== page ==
Data will inform public transit safety efforts
Lack of reliable data about harassment and attacks in and around public transit is hampering efforts to improve safety strategies and bring riders back, said California State Senator Dave Min (D-Irvine).
“The problem right now is that we don’t know enough about harassment and assaults on public transit. We know anecdotally it’s a problem… There’s a saying in academia that the plural of anecdote is not data… We need hard data at this point if we want to develop solutions,” he said.
Sen. Min, who is also the Senate Vice Chair of the California Asian American & Pacific Islander Legislative Caucus, was speaking at a Feb 17 Ethnic Media Services briefing about public transit safety.
Harassment targets women and people of color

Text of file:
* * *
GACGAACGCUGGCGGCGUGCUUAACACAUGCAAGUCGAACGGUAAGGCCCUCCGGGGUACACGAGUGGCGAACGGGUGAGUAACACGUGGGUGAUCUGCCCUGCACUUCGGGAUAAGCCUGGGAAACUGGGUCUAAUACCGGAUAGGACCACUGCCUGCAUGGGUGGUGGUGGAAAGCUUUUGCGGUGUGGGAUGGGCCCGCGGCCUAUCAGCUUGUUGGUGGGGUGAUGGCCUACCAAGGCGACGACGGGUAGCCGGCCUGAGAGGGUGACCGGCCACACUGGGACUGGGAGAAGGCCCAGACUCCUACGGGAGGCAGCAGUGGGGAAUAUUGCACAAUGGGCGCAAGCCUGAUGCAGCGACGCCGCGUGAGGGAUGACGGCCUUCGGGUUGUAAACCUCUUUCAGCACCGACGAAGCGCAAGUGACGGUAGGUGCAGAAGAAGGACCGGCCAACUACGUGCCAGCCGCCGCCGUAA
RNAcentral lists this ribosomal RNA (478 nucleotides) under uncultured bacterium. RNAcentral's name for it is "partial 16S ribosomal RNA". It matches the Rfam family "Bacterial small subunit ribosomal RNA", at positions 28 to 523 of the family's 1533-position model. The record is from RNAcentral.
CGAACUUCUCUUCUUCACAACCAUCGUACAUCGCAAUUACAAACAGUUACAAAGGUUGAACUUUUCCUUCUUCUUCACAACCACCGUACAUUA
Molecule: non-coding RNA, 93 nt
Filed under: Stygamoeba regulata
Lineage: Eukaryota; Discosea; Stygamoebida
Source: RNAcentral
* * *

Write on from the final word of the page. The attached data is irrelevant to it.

Ridership of public transit in California and around the country has been on the decline for some time but plummeted since Covid in 2020. Transit agencies have struggled to bring riders back, especially women, people of color, and other marginalized communities, who are disproportionately the targets of physical and verbal harassment, in public transit systems. The scope of public transit includes not just subways, but buses, bus stops, the Muni, and public spaces that passengers use to get to transportation.
Much of the data collected now is ad hoc via surveys by community organizers and individual transit agencies Sen. Min explained. “It’s important that we start to systematize the collection of that data because we don’t really know what the solutions are…We really won’t know that until we have a better understanding of where this takes place. Who’s being affected? What are the types of incidents that are occurring?”
Improving safety and ridership
To tackle the problem, Sen. Min and Stop AAPI Hate coalition introduced Senate Bill (SB) 434, ‘Public Transit for All: Improving Safety & Increasing Ridership’, on February 13. The Bill would require California’s top 10 public transit systems to collect detailed survey data about street harassment on public transit. It follows up on a similar attempt last year to require transit agencies to develop data-based security solutions.